Careful consideration has also been given to how the board performs once it is on the converting line. The company states that two million boxes produced so far is evidence of high converting standards and fast packing line performance. FoodboardTM is also in full compliance with the provisions of the currently discussed and pending mineral oil regulation.
Significant investment has gone into the production of FoodboardTM and the Austrian parent mill of Mayr-Melnhof Karton in Frohnleiten will be supplying the product by the end of this year.
Direct migration isn't the only concern regarding mineral oil. Not wanting to leave any stone unturned Metsä Board has looked into the subject of ‘indirect migration' - conducting a study based on the presumption that mineral oils migrate from recycled fiber based transport packaging, through the food package and into the food itself.
The company's folding boxboards are manufactured from fresh forest fibers, which have been approved for direct food contact. The indirect migration study was carried out where mineral oil content, both in dry food and in packaging materials, was measured after one, two, five, seven and 11 months storage time.
Fresh forest fiber based folding boxboard cartons were packed in high density polyethylene recycled fibers. All dry food samples were received direct from the customer's mill, and stored in their original packaging. They were then compared to an unpacked sample of the same food, which had been wrapped in aluminum to protect it from any external contamination.
According to Pirita Suortamo, senior R&D engineer at Metsä Board R&D Centre there was no increase in harmful mineral oil content either in the food or in the cartons. This was also proven by analyzing the same type of product purchased from a local supermarket - that had gone through the whole transportation chain.
Suortamo is, however still concerned over direct migration. "To avoid this risk only fresh fiber based board is recommended. It is also important to pay attention to other packaging components and to make use of the best possible design to avoid migration," she adds.
Prevention is better than cure
The prevention is better than cure theory is working well for Sun Chemical. Its launch of its fourth edition low migration guide entitled: ‘Designing Packaging with Certainty - A Best Practice Guide has proved to be an extremely useful tool for converters - with around 5,000 copies being shipped to date.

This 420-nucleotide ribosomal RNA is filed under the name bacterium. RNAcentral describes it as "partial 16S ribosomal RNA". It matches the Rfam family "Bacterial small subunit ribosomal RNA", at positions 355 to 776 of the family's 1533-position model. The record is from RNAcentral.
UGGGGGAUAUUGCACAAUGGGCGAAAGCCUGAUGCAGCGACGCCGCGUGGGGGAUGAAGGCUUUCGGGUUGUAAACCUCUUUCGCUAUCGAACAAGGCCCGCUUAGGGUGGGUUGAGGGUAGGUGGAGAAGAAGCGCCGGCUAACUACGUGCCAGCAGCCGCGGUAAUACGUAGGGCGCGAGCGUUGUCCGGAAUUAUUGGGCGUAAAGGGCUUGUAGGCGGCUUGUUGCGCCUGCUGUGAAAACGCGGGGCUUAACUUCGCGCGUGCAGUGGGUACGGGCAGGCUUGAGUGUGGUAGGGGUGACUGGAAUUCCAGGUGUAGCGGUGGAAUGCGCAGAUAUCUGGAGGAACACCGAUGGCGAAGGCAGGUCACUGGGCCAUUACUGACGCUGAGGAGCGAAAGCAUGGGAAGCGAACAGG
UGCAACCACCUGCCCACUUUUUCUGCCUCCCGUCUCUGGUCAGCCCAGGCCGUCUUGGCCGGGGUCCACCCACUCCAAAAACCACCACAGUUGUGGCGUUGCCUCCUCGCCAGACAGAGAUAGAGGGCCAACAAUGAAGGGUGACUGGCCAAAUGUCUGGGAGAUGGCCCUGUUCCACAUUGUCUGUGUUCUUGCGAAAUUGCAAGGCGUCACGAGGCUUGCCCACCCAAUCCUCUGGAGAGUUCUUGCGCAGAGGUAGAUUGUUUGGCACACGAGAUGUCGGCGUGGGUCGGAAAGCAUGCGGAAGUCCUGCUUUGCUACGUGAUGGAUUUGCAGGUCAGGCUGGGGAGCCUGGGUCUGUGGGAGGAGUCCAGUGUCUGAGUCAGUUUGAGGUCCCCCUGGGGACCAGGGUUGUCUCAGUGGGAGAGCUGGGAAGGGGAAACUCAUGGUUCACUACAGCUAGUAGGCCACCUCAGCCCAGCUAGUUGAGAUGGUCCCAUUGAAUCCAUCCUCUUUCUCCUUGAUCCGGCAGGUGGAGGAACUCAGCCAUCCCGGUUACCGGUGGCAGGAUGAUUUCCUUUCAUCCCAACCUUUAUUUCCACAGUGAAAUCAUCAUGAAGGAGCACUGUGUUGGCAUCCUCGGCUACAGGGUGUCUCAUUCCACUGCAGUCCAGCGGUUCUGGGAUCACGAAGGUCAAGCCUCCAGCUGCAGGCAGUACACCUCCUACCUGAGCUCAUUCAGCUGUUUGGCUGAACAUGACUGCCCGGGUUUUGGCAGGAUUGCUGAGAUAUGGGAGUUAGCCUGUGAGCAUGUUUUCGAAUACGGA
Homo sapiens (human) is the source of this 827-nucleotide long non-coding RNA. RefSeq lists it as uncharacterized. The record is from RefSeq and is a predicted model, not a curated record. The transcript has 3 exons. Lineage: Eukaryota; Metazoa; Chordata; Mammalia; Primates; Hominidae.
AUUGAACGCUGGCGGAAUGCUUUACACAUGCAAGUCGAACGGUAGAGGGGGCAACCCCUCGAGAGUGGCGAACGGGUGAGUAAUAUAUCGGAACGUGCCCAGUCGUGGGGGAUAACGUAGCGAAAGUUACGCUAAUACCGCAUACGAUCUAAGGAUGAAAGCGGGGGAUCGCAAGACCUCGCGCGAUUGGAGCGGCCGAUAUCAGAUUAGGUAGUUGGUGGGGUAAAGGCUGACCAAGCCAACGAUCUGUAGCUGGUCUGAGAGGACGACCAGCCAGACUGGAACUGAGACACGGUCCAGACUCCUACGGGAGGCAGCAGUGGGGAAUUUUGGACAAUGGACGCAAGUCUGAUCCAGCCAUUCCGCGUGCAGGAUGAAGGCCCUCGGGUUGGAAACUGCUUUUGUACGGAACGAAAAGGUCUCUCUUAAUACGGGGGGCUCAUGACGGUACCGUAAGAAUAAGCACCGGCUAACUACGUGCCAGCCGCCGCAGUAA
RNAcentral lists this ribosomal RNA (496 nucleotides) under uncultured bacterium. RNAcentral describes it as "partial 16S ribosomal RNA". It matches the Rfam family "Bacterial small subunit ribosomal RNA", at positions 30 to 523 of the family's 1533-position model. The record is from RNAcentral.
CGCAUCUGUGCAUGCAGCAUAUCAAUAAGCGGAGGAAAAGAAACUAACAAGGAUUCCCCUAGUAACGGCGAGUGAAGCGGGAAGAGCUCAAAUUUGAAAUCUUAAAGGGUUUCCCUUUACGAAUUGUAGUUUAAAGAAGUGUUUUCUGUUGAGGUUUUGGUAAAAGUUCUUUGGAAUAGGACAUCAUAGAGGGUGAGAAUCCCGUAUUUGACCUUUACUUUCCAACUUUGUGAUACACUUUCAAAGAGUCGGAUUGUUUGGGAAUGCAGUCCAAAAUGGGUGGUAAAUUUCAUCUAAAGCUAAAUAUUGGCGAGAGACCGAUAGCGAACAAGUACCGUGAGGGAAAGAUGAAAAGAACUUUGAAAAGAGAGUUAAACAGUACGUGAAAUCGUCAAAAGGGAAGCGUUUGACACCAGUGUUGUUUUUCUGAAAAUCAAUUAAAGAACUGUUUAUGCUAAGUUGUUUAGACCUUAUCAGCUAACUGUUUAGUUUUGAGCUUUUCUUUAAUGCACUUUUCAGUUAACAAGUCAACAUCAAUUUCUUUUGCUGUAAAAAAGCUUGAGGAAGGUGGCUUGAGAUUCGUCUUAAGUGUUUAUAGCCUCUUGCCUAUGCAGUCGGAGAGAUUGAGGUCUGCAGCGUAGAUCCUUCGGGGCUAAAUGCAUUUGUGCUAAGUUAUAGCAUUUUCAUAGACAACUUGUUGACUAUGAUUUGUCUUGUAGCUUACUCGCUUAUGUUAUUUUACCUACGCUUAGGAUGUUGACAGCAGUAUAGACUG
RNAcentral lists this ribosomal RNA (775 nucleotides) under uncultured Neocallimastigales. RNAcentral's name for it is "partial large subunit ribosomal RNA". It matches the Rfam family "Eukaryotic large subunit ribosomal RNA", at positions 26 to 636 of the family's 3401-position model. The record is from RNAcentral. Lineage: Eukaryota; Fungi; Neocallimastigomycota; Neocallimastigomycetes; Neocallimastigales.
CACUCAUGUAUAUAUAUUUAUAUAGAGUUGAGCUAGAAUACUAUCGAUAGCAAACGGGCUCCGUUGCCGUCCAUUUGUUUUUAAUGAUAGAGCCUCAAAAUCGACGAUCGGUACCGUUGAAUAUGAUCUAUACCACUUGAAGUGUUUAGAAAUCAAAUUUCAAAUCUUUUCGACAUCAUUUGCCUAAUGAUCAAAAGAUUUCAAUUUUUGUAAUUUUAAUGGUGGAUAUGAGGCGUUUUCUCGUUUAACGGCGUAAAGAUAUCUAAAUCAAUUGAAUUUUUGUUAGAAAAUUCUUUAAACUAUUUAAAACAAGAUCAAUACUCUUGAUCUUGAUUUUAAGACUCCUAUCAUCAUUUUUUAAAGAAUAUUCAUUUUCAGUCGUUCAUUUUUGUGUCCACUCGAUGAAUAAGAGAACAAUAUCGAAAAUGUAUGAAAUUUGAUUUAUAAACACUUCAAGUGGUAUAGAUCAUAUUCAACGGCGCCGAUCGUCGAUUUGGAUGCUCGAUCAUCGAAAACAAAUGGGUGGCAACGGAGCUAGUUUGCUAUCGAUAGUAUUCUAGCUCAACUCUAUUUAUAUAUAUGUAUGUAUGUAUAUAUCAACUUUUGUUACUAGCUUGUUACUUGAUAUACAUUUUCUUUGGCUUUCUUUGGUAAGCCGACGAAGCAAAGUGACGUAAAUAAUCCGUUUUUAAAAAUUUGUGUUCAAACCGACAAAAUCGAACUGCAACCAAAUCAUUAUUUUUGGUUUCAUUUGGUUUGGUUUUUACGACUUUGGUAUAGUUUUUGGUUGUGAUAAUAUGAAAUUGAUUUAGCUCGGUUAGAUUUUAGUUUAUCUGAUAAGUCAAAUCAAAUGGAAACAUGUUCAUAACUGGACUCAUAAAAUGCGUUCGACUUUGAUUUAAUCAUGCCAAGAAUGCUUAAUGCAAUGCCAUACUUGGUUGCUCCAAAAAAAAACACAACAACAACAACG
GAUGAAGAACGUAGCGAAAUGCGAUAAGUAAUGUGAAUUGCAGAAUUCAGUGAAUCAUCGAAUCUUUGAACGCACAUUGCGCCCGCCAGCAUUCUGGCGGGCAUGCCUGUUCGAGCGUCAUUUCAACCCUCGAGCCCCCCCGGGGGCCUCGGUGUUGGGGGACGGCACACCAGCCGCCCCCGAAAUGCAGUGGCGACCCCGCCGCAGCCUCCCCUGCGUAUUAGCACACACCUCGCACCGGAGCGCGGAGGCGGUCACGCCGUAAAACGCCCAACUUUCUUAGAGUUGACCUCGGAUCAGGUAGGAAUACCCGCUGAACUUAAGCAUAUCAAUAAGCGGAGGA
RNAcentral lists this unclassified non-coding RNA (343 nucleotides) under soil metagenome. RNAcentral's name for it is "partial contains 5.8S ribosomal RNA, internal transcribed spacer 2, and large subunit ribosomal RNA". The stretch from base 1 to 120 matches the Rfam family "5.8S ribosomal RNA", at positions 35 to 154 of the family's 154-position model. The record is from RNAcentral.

The guide is laid out in a logical sequence to help readers understand how to design, produce and store packaging safely with respect to migration of unwanted contaminants, and provide practical ways to minimize the risks. The company aims to address the most important questions from the viewpoint of inks and coating manufacturers.
Support is key according to Jonathan Sexton, European product manager energy curing. He says: "Our guide can be a great support to the packaging development workflow in the production of safe packaging for food and sensitive applications such as tobacco and pharmaceuticals. We are a very supportive partner for brand owners on this issue."
Printing ink manufacturer Domino is tackling the subject from a much earlier stage by ensuring that ink used on the packaging contains no mineral oils in the first place. It has developed MOF 950BK, which contains no harmful substances, is fully sustainable and based on organic raw materials.
Andrew Gunton, product manager - fluids at Domino comments: "We have taken a proactive stance by developing an environmentally friendly mineral oil-free ink for our C6000 outer case coding solution. This gives brand owners and manufacturers complete peace of mind that their food products will remain free from mineral oil contamination."
Giving customers peace of mind before any legislation comes into play is key. Smurfit Kappa's new solution Catcher Board MB12 uses a method that creates a blocking mechanism across the surface area of the packaging including at the ‘cut edges' of the board. Made using natural ingredients, the new board will be introduced as white lined chipboard and solid board.
A Smurfit Kappa spokesperson says: "In addition to blocking mineral oil migration across the whole surface area of the packaging, the product feels and reacts just like normal board during the manufacturing process. This means our customers won't have to change any of their packaging processes.
"If European legislation is introduced we believe we will be in a position to offer an innovative product to our customers that will meet new regulatory requirements."